After a few test shots he gained confidence in the design and did away with the face mask. Now if you’re in the market to take your existing bow and add some firepower to it you’ll want to look in on this shotgun enhanced compound bow.
If you own a cabin in the mountains of British Columbia what do you do during the warmer summer months? Well, we’d probably mix of a cocktail and string up a hammock, but [Darrin] is quite a bit more motivated. He planned for the snowy season by building his own ski lift. He shared the details in a forum post, but you’re going to have to register and wait for approval before you can view that thread. Perhaps you’ll want to look at the video after the break before making that kind of commitment. Normally we would just pass over projects that require a login to view, but this one deserves the attention.
The setup is essentially a very steep tow rope. 1600 feet of 1/8″ aircraft cable covers an 800 foot span of his property. Apparently he’s got a total of 1000 feet of vertical drop but the lift doesn’t cover the whole area quite yet. That 6.5 horsepower Honda engine drives the cable loop, with the pulley system seen above used as an RPM reducer. Each skier can hook onto the cable used the nylon rope with a ski-pole spacer and a hook. The RC vehicle remote control works as a dead man’s switch, starting the lift slowly when the throttle is depressed and stopping it when released.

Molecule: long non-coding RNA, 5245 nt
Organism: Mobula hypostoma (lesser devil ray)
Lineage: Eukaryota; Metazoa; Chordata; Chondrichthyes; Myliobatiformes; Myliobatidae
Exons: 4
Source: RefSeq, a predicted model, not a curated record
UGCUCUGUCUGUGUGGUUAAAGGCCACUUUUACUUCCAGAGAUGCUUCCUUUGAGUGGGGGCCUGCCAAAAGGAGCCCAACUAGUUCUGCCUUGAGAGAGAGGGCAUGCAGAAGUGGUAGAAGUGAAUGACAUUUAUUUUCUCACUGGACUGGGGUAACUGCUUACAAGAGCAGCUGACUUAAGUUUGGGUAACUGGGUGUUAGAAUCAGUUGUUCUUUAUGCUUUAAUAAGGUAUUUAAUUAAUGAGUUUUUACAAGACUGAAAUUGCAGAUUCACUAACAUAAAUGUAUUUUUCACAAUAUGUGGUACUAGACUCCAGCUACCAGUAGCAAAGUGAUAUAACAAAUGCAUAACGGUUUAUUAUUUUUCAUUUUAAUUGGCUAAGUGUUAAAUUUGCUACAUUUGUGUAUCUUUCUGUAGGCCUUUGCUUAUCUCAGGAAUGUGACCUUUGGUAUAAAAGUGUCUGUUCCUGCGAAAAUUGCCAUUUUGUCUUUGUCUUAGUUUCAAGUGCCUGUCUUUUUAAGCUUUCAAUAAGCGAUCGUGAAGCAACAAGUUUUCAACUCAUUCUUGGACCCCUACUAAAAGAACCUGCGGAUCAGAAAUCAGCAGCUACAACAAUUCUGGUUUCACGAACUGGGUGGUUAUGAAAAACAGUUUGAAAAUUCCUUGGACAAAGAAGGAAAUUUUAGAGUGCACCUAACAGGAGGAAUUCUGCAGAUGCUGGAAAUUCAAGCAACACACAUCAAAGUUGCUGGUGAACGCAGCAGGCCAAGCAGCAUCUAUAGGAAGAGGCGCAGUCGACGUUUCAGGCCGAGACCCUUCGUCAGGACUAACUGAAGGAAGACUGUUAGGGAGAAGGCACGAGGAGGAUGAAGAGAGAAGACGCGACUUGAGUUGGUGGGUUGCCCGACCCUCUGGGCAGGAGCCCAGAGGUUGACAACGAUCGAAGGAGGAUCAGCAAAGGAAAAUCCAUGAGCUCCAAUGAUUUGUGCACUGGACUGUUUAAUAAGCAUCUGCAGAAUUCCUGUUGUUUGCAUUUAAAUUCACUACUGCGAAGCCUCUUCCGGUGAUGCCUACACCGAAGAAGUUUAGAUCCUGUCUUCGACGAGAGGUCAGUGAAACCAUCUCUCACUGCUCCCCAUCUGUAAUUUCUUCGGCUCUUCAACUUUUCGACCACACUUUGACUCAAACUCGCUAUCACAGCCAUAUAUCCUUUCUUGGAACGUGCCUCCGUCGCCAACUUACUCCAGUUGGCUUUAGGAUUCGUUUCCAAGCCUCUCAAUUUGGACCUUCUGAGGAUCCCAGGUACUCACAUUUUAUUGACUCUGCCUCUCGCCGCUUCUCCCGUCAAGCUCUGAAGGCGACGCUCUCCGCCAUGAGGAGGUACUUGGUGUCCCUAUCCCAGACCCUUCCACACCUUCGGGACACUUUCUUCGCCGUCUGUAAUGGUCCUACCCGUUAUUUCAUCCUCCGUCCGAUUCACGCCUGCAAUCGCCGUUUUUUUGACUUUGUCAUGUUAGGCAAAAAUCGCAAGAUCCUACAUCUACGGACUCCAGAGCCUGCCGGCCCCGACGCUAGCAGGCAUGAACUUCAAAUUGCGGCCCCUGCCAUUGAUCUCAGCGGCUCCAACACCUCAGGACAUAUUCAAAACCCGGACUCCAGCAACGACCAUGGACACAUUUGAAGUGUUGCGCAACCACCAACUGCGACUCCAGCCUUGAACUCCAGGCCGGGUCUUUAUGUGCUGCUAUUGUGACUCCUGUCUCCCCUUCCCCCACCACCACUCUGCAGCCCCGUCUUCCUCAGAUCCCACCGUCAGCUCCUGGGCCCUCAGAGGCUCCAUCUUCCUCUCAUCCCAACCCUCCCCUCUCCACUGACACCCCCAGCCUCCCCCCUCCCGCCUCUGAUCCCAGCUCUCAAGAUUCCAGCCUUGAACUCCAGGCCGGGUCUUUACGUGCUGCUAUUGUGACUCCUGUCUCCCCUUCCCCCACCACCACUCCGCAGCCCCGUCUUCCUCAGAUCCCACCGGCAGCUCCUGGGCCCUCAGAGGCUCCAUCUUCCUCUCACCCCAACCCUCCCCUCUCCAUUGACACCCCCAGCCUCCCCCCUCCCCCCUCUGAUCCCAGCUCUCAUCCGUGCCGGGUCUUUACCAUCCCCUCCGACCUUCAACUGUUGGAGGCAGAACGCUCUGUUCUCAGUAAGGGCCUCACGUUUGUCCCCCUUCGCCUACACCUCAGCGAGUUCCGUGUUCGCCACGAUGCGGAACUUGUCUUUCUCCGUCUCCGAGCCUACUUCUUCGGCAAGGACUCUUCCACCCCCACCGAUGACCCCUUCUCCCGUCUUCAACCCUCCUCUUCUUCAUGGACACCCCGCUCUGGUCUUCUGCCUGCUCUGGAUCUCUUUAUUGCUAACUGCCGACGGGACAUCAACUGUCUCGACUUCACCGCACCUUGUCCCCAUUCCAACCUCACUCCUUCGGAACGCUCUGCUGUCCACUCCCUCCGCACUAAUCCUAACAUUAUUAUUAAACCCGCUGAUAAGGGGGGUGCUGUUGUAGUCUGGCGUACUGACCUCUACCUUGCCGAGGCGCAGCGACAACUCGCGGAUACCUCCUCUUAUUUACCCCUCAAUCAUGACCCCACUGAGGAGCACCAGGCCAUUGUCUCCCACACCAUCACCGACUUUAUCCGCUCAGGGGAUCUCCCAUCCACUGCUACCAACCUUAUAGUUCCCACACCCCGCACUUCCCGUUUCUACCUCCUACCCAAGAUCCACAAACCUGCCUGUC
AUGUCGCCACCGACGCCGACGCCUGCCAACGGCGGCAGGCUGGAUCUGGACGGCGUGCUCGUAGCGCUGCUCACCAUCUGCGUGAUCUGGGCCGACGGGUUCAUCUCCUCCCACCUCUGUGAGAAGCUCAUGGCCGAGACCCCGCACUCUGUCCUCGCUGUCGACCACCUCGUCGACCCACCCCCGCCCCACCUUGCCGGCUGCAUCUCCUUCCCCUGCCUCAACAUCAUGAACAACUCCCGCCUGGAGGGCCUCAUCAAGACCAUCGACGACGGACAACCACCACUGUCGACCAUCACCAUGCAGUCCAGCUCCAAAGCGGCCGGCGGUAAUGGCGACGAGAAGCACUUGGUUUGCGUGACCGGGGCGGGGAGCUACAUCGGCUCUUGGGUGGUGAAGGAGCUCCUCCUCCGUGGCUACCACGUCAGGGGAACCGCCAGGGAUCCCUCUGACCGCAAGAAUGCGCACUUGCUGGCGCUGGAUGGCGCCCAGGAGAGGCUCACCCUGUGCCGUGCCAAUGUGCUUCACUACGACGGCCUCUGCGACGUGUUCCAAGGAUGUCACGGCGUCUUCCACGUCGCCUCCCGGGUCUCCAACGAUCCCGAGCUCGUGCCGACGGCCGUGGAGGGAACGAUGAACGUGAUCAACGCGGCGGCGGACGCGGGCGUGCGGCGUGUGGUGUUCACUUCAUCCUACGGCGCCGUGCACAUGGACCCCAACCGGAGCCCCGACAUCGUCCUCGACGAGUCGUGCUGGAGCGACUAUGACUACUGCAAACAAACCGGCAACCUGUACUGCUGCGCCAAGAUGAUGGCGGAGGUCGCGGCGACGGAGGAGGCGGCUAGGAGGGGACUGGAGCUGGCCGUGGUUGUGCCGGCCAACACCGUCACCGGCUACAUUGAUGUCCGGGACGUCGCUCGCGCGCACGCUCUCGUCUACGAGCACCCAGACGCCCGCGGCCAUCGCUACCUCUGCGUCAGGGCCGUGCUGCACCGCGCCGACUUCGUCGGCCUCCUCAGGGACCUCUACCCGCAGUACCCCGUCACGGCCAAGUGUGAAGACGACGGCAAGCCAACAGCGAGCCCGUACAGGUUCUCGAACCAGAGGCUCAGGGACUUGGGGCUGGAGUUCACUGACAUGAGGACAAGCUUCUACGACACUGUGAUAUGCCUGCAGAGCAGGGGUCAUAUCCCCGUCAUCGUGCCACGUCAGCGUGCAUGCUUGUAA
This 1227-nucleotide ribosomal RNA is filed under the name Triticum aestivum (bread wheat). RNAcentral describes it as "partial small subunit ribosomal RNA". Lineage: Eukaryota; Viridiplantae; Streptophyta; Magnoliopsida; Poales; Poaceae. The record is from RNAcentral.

Normally we like to link to similar projects, but so far this is the only ski lift we’ve covered. You’ll have to settle for this ski-pole mounted POV display.
[Powder4u] wanted to make a persistence of vision display for his bicycle but with 50 cm of snow on the ground it’s hard to get out and ride right now. Instead he made this persistence of vision ski-pole accessory. We asked him to share some details and he obliged. It’s made using an Arduino compatible ATmega168, LEDs with resistors, and installed on some protoboard. The enclosure is a clear pencil case, which isn’t water tight but he’s tried to bolster that with some creative scotch tape placement. There’s no sensor to detect which direction the board is moving in so displaying alpha-numeric messages will have some issues, but as you can see he managed to display image data without issue.
We’re used to night skiing with floodlights along the slopes. This would be a fun little thing to have along with you on those dark lift rides.